Artists & Our Arts for Health Programme

Our Arts for Health programme primarily takes place within our inpatient facilities across the Trust; St George’s Hospital, Stafford; The Redwoods Centre, Shrewsbury.  Engagement activities can involve our healthcare service users of all ages, carers, families, visitors and healthcare staff.

  • Arts for Health can include any artform such as visual art, photography, music, dance, drama, creative writing, reading for wellbeing, poetry.
  • Arts for Health engage professional artists and musicians to deliver the programme often in collaboration with external arts organisations in order to maintain quality and excellence.
  • Our programme and projects considers the wellbeing of the participants involved. Each participant’s contribution is highly valued and encouraged in a manner that is fair, equitable and inclusive.

Artist Interview - Maggie Hollinshead

Please tell us a little bit about yourself and your background?  

Generally, my work is mixed media, papers, and stitch. I am very much inspired by nature, gardens, and wild nature. I often create work to commission. Over lockdown I did quite a bit of garden design from an artist's eye, which is really nice, and that has sort of take taken off. I also do quite a bit of mentoring with creatives as well.

I do quite enjoy working with artists who are maybe just thinking of setting up a business. I've got that experience and having had a small independent gallery for almost 20 years, that's an element of something where there's advice that I can share with others too. Also, with the age comes wisdom, so I’ve got that to impart onto others as well!

Please visit my website to find out more about my work and classes. 

What work do you do for Arts for Health MPFT?

I currently work on Kinver Ward (treatment of those patients unable to manage their eating disorder in the community). The sessions can be really nice, people doing things and sharing and encouraging one another as well.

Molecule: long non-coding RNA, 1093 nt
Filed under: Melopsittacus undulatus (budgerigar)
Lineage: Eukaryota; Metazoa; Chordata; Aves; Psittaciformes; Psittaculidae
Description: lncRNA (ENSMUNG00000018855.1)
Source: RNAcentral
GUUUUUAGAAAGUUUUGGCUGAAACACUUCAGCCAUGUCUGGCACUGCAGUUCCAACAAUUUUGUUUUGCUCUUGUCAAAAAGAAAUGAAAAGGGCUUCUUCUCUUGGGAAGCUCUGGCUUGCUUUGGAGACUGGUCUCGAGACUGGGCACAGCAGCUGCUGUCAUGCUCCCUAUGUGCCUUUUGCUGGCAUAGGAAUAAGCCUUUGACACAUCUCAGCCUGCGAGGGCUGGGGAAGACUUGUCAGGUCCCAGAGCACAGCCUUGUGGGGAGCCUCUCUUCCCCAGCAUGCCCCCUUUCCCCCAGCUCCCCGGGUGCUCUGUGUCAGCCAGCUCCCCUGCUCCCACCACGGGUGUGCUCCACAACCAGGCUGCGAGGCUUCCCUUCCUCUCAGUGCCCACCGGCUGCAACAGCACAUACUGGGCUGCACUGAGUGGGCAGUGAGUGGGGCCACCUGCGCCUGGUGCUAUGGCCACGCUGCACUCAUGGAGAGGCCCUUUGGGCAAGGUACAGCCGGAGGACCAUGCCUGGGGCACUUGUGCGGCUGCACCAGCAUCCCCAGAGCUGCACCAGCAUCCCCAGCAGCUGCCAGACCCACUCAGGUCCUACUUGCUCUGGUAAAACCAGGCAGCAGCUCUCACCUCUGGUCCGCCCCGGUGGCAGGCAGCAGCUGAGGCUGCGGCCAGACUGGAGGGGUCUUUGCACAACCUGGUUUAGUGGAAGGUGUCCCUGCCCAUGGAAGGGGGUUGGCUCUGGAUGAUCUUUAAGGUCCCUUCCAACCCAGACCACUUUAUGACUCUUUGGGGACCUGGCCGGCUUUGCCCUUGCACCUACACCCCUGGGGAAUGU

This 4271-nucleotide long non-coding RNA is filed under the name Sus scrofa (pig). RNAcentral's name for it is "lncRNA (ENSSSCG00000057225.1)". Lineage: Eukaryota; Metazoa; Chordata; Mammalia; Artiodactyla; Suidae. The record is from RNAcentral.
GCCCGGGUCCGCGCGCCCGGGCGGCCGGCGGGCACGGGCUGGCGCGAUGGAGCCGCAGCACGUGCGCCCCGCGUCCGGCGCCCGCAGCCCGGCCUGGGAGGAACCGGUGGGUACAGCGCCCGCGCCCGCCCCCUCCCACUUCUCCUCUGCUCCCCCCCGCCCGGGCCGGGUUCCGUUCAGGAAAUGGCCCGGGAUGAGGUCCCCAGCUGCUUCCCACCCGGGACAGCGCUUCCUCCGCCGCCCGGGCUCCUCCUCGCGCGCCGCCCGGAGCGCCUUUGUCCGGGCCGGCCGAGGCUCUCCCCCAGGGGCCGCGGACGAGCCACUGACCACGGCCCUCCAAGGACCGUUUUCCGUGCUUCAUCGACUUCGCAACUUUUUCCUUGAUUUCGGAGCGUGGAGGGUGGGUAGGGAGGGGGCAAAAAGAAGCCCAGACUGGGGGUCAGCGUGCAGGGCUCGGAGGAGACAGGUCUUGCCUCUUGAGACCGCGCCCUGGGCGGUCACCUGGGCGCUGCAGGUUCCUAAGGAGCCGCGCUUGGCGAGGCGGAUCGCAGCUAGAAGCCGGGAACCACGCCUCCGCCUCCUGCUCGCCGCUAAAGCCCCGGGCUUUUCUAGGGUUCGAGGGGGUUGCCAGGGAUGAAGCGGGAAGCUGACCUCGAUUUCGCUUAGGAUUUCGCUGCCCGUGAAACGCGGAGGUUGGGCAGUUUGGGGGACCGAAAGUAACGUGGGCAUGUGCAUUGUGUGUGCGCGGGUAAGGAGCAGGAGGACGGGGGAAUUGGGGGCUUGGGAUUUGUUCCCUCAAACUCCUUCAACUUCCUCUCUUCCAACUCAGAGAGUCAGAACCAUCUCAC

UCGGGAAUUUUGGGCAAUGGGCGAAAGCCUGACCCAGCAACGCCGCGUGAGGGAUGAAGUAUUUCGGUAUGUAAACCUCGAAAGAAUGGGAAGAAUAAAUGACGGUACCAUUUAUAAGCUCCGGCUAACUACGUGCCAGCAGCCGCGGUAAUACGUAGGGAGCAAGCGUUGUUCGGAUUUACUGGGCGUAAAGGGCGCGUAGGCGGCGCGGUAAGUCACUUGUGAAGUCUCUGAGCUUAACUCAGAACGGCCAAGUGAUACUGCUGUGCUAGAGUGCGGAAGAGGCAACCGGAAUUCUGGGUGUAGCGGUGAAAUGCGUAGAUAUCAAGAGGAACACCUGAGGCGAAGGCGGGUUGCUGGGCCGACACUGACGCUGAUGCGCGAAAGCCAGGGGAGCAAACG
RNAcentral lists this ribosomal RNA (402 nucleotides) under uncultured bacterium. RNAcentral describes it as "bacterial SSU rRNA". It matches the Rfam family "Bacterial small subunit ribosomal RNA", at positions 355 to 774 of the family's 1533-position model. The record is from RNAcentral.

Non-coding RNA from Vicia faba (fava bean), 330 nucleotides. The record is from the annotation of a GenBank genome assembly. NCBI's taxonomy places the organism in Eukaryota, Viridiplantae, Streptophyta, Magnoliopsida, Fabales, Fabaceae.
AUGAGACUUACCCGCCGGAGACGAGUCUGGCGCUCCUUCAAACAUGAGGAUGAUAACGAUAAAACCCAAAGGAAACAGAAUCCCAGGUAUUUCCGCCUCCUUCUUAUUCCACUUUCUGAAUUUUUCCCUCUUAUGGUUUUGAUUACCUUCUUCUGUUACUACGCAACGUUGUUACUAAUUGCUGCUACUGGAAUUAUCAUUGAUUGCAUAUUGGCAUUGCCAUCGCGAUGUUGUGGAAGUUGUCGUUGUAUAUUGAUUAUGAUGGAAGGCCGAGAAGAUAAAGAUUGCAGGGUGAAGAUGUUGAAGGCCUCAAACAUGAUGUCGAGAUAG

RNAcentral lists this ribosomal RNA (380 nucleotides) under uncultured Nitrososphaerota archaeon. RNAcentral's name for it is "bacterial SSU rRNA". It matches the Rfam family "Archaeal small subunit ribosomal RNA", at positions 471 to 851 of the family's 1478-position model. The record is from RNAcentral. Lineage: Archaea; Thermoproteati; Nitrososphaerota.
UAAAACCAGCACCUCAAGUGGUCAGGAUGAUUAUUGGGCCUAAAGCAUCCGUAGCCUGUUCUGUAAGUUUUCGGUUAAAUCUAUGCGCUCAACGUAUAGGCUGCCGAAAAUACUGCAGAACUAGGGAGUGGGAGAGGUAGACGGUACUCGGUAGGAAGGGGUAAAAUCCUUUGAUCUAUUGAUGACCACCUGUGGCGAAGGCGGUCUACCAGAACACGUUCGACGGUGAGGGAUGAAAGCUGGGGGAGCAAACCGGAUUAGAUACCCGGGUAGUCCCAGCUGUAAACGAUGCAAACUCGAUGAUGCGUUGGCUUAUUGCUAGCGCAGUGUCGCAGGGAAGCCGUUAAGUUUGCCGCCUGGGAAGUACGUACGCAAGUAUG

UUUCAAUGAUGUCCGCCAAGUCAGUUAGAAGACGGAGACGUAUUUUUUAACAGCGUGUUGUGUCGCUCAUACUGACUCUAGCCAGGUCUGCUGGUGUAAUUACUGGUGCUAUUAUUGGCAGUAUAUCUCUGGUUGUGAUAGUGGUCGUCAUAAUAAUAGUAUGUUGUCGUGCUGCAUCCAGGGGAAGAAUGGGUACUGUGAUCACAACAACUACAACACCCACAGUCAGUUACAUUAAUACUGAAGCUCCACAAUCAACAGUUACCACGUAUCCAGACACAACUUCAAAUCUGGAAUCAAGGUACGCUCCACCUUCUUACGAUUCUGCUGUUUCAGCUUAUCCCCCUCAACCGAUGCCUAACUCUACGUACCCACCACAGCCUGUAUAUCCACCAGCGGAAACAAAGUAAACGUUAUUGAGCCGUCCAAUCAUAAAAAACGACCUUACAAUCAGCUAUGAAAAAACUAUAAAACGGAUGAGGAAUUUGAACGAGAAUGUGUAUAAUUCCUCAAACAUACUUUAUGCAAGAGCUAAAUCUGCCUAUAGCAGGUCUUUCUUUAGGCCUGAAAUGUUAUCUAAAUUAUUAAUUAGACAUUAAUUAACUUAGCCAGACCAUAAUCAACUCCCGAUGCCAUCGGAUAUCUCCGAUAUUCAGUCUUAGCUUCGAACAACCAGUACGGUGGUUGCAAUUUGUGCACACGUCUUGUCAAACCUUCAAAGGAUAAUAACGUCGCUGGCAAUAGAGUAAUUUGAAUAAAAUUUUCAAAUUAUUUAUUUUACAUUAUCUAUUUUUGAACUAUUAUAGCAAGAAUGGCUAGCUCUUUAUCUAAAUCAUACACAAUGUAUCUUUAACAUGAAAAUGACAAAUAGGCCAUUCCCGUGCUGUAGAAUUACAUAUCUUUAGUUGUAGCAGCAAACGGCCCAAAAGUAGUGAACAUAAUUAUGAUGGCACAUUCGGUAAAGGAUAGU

Sometimes quite small creative things can be done in just one session. Some of the patients did a drawing last week, it was all done in permanent marker. The other week one of the patients drew a guitar, and it's was perfectly to scale, with some intricate decoration around it, and quite a long poem. She’d created this straight off, out of her head, using just a permanent marker! It’s lovely to see her be comfortable and have the confidence to do that.

Please could you tell us a bit about your journey to working in Arts and Health?

I was asked to come and do some sessions for Arts for Health and I was a bit nervous of whether that was me. I started working on The Mother Baby Unit, and I thought, I'm not sure I'm the right kind of person because I'm not an artist that comes in larger than life!

I've worked with dementia patients before because my Mom had dementia. I did work in some other nursing homes, because I knew what was needed and what I could do. But obviously, this is a completely different scenario. Once I started, I realised that I see what I can give to this, and it was making sense.

Once I was working with these people who were very, very poorly, I realised they needed that sort of gently, gently, softly approach. And sitting quietly with somebody… you can't really explain what you need to do until you're in it in the scenario.

What do you think Arts for Health means and how do people benefit from taking part in Arts for Health activities?